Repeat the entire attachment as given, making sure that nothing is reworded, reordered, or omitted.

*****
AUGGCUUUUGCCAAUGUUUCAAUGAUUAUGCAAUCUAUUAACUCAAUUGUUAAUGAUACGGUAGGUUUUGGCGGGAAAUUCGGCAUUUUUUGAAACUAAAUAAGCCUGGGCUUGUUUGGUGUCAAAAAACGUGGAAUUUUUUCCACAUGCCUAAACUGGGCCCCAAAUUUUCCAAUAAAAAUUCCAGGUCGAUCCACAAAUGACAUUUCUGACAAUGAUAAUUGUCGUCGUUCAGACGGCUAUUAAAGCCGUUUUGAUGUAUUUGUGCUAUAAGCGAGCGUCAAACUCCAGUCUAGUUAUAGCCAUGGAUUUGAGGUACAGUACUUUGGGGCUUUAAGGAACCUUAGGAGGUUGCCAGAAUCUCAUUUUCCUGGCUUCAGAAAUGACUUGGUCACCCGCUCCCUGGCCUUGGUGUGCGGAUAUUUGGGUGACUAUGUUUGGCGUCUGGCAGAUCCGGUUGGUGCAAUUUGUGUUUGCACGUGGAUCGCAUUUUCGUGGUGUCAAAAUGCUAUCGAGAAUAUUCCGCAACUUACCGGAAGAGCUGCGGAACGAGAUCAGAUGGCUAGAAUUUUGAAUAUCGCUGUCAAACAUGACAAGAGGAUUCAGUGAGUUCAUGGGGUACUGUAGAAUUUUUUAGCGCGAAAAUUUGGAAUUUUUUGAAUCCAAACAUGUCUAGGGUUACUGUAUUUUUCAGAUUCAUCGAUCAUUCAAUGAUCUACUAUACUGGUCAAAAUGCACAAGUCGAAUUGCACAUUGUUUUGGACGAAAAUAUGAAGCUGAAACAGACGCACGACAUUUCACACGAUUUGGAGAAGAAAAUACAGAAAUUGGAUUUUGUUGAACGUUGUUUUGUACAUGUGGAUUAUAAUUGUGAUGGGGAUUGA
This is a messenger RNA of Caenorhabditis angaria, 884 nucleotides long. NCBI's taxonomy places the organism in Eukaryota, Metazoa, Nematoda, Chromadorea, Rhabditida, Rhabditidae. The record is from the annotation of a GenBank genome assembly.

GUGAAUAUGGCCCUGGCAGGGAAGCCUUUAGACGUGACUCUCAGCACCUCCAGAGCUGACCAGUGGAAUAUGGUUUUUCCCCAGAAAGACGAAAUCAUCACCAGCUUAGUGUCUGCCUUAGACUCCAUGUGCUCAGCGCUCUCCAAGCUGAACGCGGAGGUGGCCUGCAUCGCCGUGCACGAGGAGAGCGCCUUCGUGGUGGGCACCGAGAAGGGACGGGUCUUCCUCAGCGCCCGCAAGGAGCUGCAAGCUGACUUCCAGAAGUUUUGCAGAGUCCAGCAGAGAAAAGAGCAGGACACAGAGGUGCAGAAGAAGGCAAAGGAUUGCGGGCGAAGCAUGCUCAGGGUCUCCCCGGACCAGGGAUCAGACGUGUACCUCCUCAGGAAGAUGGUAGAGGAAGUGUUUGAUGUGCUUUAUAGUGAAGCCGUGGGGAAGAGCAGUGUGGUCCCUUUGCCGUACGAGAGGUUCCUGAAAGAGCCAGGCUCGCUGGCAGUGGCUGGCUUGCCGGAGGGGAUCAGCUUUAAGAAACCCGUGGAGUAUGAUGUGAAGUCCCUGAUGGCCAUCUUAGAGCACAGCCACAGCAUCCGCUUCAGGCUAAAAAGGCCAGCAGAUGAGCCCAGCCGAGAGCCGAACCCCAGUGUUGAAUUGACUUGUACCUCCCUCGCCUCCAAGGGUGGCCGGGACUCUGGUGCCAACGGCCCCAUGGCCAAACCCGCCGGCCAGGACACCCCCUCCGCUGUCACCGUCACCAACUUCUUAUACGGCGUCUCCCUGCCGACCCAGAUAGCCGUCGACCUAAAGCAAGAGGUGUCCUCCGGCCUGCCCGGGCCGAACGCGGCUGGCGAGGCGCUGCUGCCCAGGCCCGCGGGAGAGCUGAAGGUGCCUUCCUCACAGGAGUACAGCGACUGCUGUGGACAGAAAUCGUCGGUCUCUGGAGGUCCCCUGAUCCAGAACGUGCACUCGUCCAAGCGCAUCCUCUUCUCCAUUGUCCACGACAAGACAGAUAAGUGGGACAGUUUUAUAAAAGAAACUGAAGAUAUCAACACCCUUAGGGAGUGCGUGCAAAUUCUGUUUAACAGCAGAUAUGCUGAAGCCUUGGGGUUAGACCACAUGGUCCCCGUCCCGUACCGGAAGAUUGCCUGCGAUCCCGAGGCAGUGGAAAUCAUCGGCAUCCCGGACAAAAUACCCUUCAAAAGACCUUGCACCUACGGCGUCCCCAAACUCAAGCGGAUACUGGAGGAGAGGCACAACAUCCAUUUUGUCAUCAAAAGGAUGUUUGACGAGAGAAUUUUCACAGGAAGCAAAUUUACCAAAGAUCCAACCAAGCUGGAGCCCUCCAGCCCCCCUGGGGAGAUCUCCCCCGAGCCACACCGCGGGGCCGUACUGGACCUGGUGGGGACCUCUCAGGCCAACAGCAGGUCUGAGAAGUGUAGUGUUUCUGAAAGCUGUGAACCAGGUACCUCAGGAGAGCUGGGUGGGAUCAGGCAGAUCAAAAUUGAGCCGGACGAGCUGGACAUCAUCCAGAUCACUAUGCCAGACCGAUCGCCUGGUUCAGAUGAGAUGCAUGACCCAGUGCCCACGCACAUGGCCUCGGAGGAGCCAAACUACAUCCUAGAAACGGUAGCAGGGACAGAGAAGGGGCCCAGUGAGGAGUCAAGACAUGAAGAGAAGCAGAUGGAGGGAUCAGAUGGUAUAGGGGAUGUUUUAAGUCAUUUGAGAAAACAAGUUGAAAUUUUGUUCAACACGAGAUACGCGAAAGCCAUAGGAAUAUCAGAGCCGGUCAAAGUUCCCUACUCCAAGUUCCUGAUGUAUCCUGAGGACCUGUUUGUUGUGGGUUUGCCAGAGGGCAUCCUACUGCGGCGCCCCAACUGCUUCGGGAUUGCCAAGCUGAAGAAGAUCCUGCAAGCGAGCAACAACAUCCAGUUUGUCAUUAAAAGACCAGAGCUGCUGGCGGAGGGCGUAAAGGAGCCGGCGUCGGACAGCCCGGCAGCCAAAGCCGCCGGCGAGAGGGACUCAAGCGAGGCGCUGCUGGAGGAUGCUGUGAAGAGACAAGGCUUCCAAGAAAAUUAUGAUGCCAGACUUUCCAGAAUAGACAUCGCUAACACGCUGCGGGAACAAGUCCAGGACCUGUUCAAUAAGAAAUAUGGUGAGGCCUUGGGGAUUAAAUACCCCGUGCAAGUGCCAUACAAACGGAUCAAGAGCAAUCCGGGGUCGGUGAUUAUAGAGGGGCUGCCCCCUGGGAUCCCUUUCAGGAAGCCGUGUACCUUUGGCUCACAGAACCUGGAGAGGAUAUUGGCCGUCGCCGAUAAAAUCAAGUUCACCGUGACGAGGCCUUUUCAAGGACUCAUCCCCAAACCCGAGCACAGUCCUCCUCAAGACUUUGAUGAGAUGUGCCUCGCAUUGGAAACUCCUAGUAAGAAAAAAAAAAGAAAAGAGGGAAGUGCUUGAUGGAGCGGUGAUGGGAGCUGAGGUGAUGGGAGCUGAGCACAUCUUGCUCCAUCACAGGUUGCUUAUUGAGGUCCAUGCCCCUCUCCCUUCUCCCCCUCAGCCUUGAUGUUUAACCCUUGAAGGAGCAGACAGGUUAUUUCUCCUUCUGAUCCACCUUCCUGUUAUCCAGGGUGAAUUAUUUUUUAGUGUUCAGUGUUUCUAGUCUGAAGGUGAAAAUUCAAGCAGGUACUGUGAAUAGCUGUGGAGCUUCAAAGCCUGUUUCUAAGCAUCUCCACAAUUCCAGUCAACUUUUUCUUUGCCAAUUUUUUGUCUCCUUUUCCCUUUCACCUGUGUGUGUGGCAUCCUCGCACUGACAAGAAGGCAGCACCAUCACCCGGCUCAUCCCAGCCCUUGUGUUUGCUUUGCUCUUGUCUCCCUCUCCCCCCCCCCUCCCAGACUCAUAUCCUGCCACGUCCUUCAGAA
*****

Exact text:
AUGGCUUUUGCCAAUGUUUCAAUGAUUAUGCAAUCUAUUAACUCAAUUGUUAAUGAUACGGUAGGUUUUGGCGGGAAAUUCGGCAUUUUUUGAAACUAAAUAAGCCUGGGCUUGUUUGGUGUCAAAAAACGUGGAAUUUUUUCCACAUGCCUAAACUGGGCCCCAAAUUUUCCAAUAAAAAUUCCAGGUCGAUCCACAAAUGACAUUUCUGACAAUGAUAAUUGUCGUCGUUCAGACGGCUAUUAAAGCCGUUUUGAUGUAUUUGUGCUAUAAGCGAGCGUCAAACUCCAGUCUAGUUAUAGCCAUGGAUUUGAGGUACAGUACUUUGGGGCUUUAAGGAACCUUAGGAGGUUGCCAGAAUCUCAUUUUCCUGGCUUCAGAAAUGACUUGGUCACCCGCUCCCUGGCCUUGGUGUGCGGAUAUUUGGGUGACUAUGUUUGGCGUCUGGCAGAUCCGGUUGGUGCAAUUUGUGUUUGCACGUGGAUCGCAUUUUCGUGGUGUCAAAAUGCUAUCGAGAAUAUUCCGCAACUUACCGGAAGAGCUGCGGAACGAGAUCAGAUGGCUAGAAUUUUGAAUAUCGCUGUCAAACAUGACAAGAGGAUUCAGUGAGUUCAUGGGGUACUGUAGAAUUUUUUAGCGCGAAAAUUUGGAAUUUUUUGAAUCCAAACAUGUCUAGGGUUACUGUAUUUUUCAGAUUCAUCGAUCAUUCAAUGAUCUACUAUACUGGUCAAAAUGCACAAGUCGAAUUGCACAUUGUUUUGGACGAAAAUAUGAAGCUGAAACAGACGCACGACAUUUCACACGAUUUGGAGAAGAAAAUACAGAAAUUGGAUUUUGUUGAACGUUGUUUUGUACAUGUGGAUUAUAAUUGUGAUGGGGAUUGA
This is a messenger RNA of Caenorhabditis angaria, 884 nucleotides long. NCBI's taxonomy places the organism in Eukaryota, Metazoa, Nematoda, Chromadorea, Rhabditida, Rhabditidae. The record is from the annotation of a GenBank genome assembly.

GUGAAUAUGGCCCUGGCAGGGAAGCCUUUAGACGUGACUCUCAGCACCUCCAGAGCUGACCAGUGGAAUAUGGUUUUUCCCCAGAAAGACGAAAUCAUCACCAGCUUAGUGUCUGCCUUAGACUCCAUGUGCUCAGCGCUCUCCAAGCUGAACGCGGAGGUGGCCUGCAUCGCCGUGCACGAGGAGAGCGCCUUCGUGGUGGGCACCGAGAAGGGACGGGUCUUCCUCAGCGCCCGCAAGGAGCUGCAAGCUGACUUCCAGAAGUUUUGCAGAGUCCAGCAGAGAAAAGAGCAGGACACAGAGGUGCAGAAGAAGGCAAAGGAUUGCGGGCGAAGCAUGCUCAGGGUCUCCCCGGACCAGGGAUCAGACGUGUACCUCCUCAGGAAGAUGGUAGAGGAAGUGUUUGAUGUGCUUUAUAGUGAAGCCGUGGGGAAGAGCAGUGUGGUCCCUUUGCCGUACGAGAGGUUCCUGAAAGAGCCAGGCUCGCUGGCAGUGGCUGGCUUGCCGGAGGGGAUCAGCUUUAAGAAACCCGUGGAGUAUGAUGUGAAGUCCCUGAUGGCCAUCUUAGAGCACAGCCACAGCAUCCGCUUCAGGCUAAAAAGGCCAGCAGAUGAGCCCAGCCGAGAGCCGAACCCCAGUGUUGAAUUGACUUGUACCUCCCUCGCCUCCAAGGGUGGCCGGGACUCUGGUGCCAACGGCCCCAUGGCCAAACCCGCCGGCCAGGACACCCCCUCCGCUGUCACCGUCACCAACUUCUUAUACGGCGUCUCCCUGCCGACCCAGAUAGCCGUCGACCUAAAGCAAGAGGUGUCCUCCGGCCUGCCCGGGCCGAACGCGGCUGGCGAGGCGCUGCUGCCCAGGCCCGCGGGAGAGCUGAAGGUGCCUUCCUCACAGGAGUACAGCGACUGCUGUGGACAGAAAUCGUCGGUCUCUGGAGGUCCCCUGAUCCAGAACGUGCACUCGUCCAAGCGCAUCCUCUUCUCCAUUGUCCACGACAAGACAGAUAAGUGGGACAGUUUUAUAAAAGAAACUGAAGAUAUCAACACCCUUAGGGAGUGCGUGCAAAUUCUGUUUAACAGCAGAUAUGCUGAAGCCUUGGGGUUAGACCACAUGGUCCCCGUCCCGUACCGGAAGAUUGCCUGCGAUCCCGAGGCAGUGGAAAUCAUCGGCAUCCCGGACAAAAUACCCUUCAAAAGACCUUGCACCUACGGCGUCCCCAAACUCAAGCGGAUACUGGAGGAGAGGCACAACAUCCAUUUUGUCAUCAAAAGGAUGUUUGACGAGAGAAUUUUCACAGGAAGCAAAUUUACCAAAGAUCCAACCAAGCUGGAGCCCUCCAGCCCCCCUGGGGAGAUCUCCCCCGAGCCACACCGCGGGGCCGUACUGGACCUGGUGGGGACCUCUCAGGCCAACAGCAGGUCUGAGAAGUGUAGUGUUUCUGAAAGCUGUGAACCAGGUACCUCAGGAGAGCUGGGUGGGAUCAGGCAGAUCAAAAUUGAGCCGGACGAGCUGGACAUCAUCCAGAUCACUAUGCCAGACCGAUCGCCUGGUUCAGAUGAGAUGCAUGACCCAGUGCCCACGCACAUGGCCUCGGAGGAGCCAAACUACAUCCUAGAAACGGUAGCAGGGACAGAGAAGGGGCCCAGUGAGGAGUCAAGACAUGAAGAGAAGCAGAUGGAGGGAUCAGAUGGUAUAGGGGAUGUUUUAAGUCAUUUGAGAAAACAAGUUGAAAUUUUGUUCAACACGAGAUACGCGAAAGCCAUAGGAAUAUCAGAGCCGGUCAAAGUUCCCUACUCCAAGUUCCUGAUGUAUCCUGAGGACCUGUUUGUUGUGGGUUUGCCAGAGGGCAUCCUACUGCGGCGCCCCAACUGCUUCGGGAUUGCCAAGCUGAAGAAGAUCCUGCAAGCGAGCAACAACAUCCAGUUUGUCAUUAAAAGACCAGAGCUGCUGGCGGAGGGCGUAAAGGAGCCGGCGUCGGACAGCCCGGCAGCCAAAGCCGCCGGCGAGAGGGACUCAAGCGAGGCGCUGCUGGAGGAUGCUGUGAAGAGACAAGGCUUCCAAGAAAAUUAUGAUGCCAGACUUUCCAGAAUAGACAUCGCUAACACGCUGCGGGAACAAGUCCAGGACCUGUUCAAUAAGAAAUAUGGUGAGGCCUUGGGGAUUAAAUACCCCGUGCAAGUGCCAUACAAACGGAUCAAGAGCAAUCCGGGGUCGGUGAUUAUAGAGGGGCUGCCCCCUGGGAUCCCUUUCAGGAAGCCGUGUACCUUUGGCUCACAGAACCUGGAGAGGAUAUUGGCCGUCGCCGAUAAAAUCAAGUUCACCGUGACGAGGCCUUUUCAAGGACUCAUCCCCAAACCCGAGCACAGUCCUCCUCAAGACUUUGAUGAGAUGUGCCUCGCAUUGGAAACUCCUAGUAAGAAAAAAAAAAGAAAAGAGGGAAGUGCUUGAUGGAGCGGUGAUGGGAGCUGAGGUGAUGGGAGCUGAGCACAUCUUGCUCCAUCACAGGUUGCUUAUUGAGGUCCAUGCCCCUCUCCCUUCUCCCCCUCAGCCUUGAUGUUUAACCCUUGAAGGAGCAGACAGGUUAUUUCUCCUUCUGAUCCACCUUCCUGUUAUCCAGGGUGAAUUAUUUUUUAGUGUUCAGUGUUUCUAGUCUGAAGGUGAAAAUUCAAGCAGGUACUGUGAAUAGCUGUGGAGCUUCAAAGCCUGUUUCUAAGCAUCUCCACAAUUCCAGUCAACUUUUUCUUUGCCAAUUUUUUGUCUCCUUUUCCCUUUCACCUGUGUGUGUGGCAUCCUCGCACUGACAAGAAGGCAGCACCAUCACCCGGCUCAUCCCAGCCCUUGUGUUUGCUUUGCUCUUGUCUCCCUCUCCCCCCCCCCUCCCAGACUCAUAUCCUGCCACGUCCUUCAGAA